Of Moomins and Melbourne and a road trip with Little My

We were going to go and then we weren’t going to go.

And even though we knew we probably shouldn’t go, we convinced ourselves we really should.

Yes, when your 21 year old daughter asks you to go to Melbourne with her you must never say no. But we’d left our decision so late that flights were out of the question.

So we decided to do a road trip.

Little My and me.

Maddy in melbourne

Local friends offered us a room at their sister’s vast house in Melbourne which was very kind of our friends and probably very strange for their sister but nonetheless we washed up on her shore, battered and bruised from the week that was, and she took us in and made us feel part of the furniture which is the most wonderful way to feel when you’re a house guest. Thank you so much Sez x

Ultimately the trip was all Walter van Beirendonck’s fault, a fashion designer from Antwerp – gentle, generous and inspiring – who happened to be in Melbourne for an exhibition Dreaming the World Awake at RMIT.  Maddy spent last semester studying him. On Tuesday she got to meet him. On Thursday she left, excited to begin her next chapter. She didn’t get a photo with him but more of that later.

And while she was tied up with the fashionistas, I hit the wine bars doing research for a project I’m doing for a local vigneron. You may laugh.

Walter van Beirendonck

Melbourne.

How I love thee.

If Sydney was a woman she’d be a blonde. She’d surf, she’d have long brown legs, salt watered hair and eyes that glint turquoise in the sun. She’d be open and sunny and she’d drive with the top down.

If Melbourne was a woman she’d be a brunette. You’d be a little unsure of where she might lead you and you’d feel a tiny, delicious frisson of danger when she walked past. You’d be seduced by her brown smoky eyes and that hint of an accent. And she’d smell like freshly roasted coffee. You’d follow her anywhere.

I love them both.

But I adore Melbourne.

My mum and dad were Melbournites and I took some time out to visit my mum’s last surviving sister in Melbourne. She is 92. Her hands look like Mum’s. Sometimes she makes a face like Mum. It made me feel closer to her. To both of them. And it was hard to close the door and walk away.

We went to the Monet exhibition. I’ve seen three in my life but I loved this one. There were lots of unfinished paintings. Under paintings. Sketches made with paint on raw canvas. It made me less frightened to try my hand. To draw ugly drawings as Harrie would say. What are we afraid of? Really.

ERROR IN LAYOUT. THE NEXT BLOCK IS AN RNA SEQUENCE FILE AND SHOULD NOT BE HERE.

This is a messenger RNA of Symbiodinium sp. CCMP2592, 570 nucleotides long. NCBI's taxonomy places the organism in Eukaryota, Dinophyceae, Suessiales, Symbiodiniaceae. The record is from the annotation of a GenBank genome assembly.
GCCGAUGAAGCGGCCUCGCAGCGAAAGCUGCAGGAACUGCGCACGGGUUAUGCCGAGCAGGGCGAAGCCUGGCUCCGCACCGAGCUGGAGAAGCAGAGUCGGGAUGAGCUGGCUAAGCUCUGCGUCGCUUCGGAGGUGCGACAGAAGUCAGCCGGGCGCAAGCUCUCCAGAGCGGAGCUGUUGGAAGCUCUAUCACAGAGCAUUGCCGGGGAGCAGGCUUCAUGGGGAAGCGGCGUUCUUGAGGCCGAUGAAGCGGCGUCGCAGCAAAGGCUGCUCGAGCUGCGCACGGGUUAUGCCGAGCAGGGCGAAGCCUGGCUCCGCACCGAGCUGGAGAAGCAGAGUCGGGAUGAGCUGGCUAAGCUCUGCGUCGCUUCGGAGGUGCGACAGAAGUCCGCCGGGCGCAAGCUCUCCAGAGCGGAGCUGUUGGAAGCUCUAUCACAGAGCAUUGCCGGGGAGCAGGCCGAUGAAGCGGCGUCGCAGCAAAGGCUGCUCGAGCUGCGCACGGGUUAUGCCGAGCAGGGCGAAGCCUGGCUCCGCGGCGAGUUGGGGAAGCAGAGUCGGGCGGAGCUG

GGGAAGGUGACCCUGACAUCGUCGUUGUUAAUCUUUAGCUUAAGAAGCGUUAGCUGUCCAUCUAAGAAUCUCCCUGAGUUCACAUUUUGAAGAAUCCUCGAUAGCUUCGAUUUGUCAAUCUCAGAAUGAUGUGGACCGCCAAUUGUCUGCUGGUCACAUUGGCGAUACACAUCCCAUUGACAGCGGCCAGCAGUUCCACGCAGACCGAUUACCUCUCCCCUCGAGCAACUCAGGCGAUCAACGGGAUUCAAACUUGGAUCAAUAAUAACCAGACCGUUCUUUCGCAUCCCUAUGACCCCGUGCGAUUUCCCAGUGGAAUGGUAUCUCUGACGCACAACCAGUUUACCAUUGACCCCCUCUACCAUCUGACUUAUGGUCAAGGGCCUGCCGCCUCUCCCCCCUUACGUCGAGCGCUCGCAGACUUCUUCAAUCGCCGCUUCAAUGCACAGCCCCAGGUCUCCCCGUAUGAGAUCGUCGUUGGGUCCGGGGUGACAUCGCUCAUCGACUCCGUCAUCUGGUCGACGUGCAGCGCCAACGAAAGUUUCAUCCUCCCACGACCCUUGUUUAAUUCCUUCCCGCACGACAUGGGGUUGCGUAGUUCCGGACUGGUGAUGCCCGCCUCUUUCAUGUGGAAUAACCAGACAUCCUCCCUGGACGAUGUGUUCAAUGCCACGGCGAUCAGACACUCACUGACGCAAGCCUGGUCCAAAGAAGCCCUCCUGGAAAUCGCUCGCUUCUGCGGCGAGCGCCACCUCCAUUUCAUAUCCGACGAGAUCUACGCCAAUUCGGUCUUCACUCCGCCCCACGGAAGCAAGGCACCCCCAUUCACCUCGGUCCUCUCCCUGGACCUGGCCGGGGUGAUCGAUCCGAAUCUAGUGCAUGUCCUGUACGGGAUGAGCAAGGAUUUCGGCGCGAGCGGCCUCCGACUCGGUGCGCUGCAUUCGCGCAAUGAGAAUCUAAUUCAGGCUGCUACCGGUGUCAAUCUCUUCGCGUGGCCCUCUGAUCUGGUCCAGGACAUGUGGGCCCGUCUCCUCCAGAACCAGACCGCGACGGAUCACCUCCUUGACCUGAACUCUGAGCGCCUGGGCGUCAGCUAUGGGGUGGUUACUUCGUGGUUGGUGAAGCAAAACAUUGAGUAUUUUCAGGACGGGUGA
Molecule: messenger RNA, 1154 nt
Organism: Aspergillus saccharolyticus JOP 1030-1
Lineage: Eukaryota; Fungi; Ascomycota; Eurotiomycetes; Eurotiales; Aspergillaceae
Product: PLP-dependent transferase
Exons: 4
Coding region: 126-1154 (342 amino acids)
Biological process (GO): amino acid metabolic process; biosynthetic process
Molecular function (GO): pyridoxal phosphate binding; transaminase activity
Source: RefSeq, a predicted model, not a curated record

Grandmother went after a pad of paper and a charcoal pencil and put them down on the step.

“Draw a picture,” she said.

“I don’t know anything to draw,” the child said.

“Draw something awful,” Grandmother said, for she was really tired now. “Draw the awfullest thing you can think of, and take as much time as you possibly can.”

I read a book.

The Summer Book.

Maddy and I share a love of Tove Jansson the famous children’s book writer from Finland who wrote the Moomin books. I’m not sure if you can come to these books as an adult. You can try. Some books weave their magic when you’re young and they wove their way into our hearts. That’s where Little My comes from. When Maddy decided to get a tiny tattoo on the inside of her ankle, she opted to get one of Little My, her family nickname. How could we be angry. What is her ankle to us anyway. I’d rather have a road trip than a tiff about a tattoo.

little my sign on maddy's bedroom door

not the tattoo

When she travelled overseas after finishing school she brought me home some Moomin treasures which only she and I really get.

the summer book and moomin products

The Summer Book.

Until last week I didn’t know that Jansson had written 10 adult books. This is regarded as the classic.

Set on a teeny tiny island in the Gulf of Finland, it is the gentle tale of a summer spent between a grandmother and her young granddaughter. Their little interactions. Secret conversations in secret caves carved out of the precious island undergrowth. An appreciation of all things natural. Of the seasons. The elements. Of the wind and the sea. Of life and everything it brings with it. It is about nothing. And everything. It was the perfect book for me to read this week.

The car died. And then it didn’t. But I had to while away a couple of hours near South Wharf on the Yarra River while they resuscitated it. It was good to have some quiet time. Near the water. Thinking about wine labels and little islands a world away.

bohemian cafe melbourne

And then it was all over and we had to the hit the road. Nine hours in a car. Little My is not good in a car for that long. We were tired and testy and then we weren’t. We hate endings. Especially holiday endings. We started to get sad and then we started to laugh about nothing and sing Rodriguez and Bowie really loud. I realised we didn’t have a photo together from our road trip. We were approaching Gundagai with its famous, touristy Dog on the Tuckerbox, the perfect place for a road trip selfy but she wouldn’t have it.

“Next time,” she said.

“When I’m dead,” I said, “you’ll wish you had that photo of you and me at the Dog on the Tuckerbox.”

“No I won’t,” said Little My. “We’ll have Bowie instead.”

Touché. I never could win an argument with you.

“Ohhh you pretty things … don’t you know you’re driving your mamas and papas insane!”

Crank it up.

Sing it loud!

Four weeks ago some lowlife stole Steve’s chainsaw and hedge trimmer from the back of his truck in our driveway. This morning Steve was chatting to some neighbours and they mentioned that another neighbour had found a hedge trimmer stuffed under her front hedge. We’ll take it as a sign that things are looking up. 🙂 If anyone happens to find the chainsaw stuffed somewhere snug please let us know. If anyone knows who flogged it in the first place feel free to shove the nearest chainsaw somewhere snug.

We are surrounded by low heavy cloud. It’s windy and the remaining leaves are out there shivering on their bare limbs as I write this, propped up with pillows in bed enjoying a hot cup of tea.